GEORGIA DIVORCE LAWS:
The Residency Requirement: The petitioner must have lived in Georgia for six months.
No Fault: The marriage is irretrievably broken (the parties will not be granted a divorce until 30 days after the time of filing).
Fault: Intermarriage by persons within the prohibited degrees of consanguinity or affinity; Mental incapacitation; Impotence at the time of getting married; Force, duress and fraud; Pregnancy of the wife by a man other than the husband, at the time of the marriage, unknown to the husband; Adultery by either spouse; Willful and continued desertion by either of the spouses for the term of one year; Conviction of a felony and imprisoned for a term of two years or longer; Habitual drunkenness; Cruel treatment; Incurable mental illness; Habitual drug addiction.
Property Division: By case law, not by statute, Georgia is an equitable-distribution, dual-classification state. That means that property is classified as either separate or marital; separate property must go to the property owner, while marital property is divided between the parties “equitably.” Equitable means fairly, based on how the parties acquired and treated the property during the marriage; it does not mean equally (click the following for an expert's overview and key tips on dividing up property through divorce).
Alimony: Alimony can be awarded to either the husband or wife, based on the standard of living established during the marriage; the duration of the marriage; age, physical, and emotional condition of the parties; contributions to the marriage; and financial condition of the parties.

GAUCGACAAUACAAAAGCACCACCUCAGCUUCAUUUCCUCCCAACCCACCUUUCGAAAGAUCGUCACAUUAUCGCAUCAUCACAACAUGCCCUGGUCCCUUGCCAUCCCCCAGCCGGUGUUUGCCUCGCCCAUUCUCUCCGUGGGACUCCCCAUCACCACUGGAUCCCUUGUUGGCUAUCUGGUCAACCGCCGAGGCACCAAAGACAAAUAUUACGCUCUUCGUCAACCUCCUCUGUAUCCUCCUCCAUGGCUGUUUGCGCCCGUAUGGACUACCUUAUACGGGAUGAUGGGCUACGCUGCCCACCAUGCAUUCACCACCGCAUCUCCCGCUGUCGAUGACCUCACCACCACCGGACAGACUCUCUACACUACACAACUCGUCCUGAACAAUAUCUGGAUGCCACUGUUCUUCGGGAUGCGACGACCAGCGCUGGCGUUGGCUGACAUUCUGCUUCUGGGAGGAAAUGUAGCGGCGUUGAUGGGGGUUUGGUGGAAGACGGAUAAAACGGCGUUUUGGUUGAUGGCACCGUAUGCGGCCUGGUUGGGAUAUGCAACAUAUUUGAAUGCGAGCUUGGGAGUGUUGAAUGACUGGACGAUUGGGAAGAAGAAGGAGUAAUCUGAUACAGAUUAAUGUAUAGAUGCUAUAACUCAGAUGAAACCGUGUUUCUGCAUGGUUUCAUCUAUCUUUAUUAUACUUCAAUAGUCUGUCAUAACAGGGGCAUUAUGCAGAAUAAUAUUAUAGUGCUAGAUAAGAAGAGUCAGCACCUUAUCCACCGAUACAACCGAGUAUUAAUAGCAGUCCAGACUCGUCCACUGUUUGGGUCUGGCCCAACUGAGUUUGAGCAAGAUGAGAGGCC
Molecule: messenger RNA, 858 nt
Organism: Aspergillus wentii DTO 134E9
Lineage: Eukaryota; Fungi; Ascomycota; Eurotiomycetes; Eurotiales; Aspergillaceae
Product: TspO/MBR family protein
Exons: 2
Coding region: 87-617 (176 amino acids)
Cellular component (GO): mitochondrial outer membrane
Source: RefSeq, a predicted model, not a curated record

Child Custody and Support: As in every state, custody is based on “the best interests of the child.” Legal and/or physical custody may be awarded to the father or the mother (click the following for an overview and list of articles on child custody and child support).
Georgia child-support guidelines are based on an income-shares model: the total obligation is divided between the mother and father according to their incomes.
For a combined adjusted gross monthly income of:
- $2,000, support for one child is $437; for two children, $624; for three children, $723.
- $5,000, support for one child is $917; for two children, $1,297; for three children, $1,500.
- $10,000, support for one child is $1,259; for two children, $1,749; for three children, $1,992.
Georgia has an on-line calculator that can give you an idea of child support in your case: https://services.georgia.gov/dhr/cspp/do/public/SupportCalc
Disclaimer: The information supplied above is for "educational purposes only" and is not intended to be used as legal advice.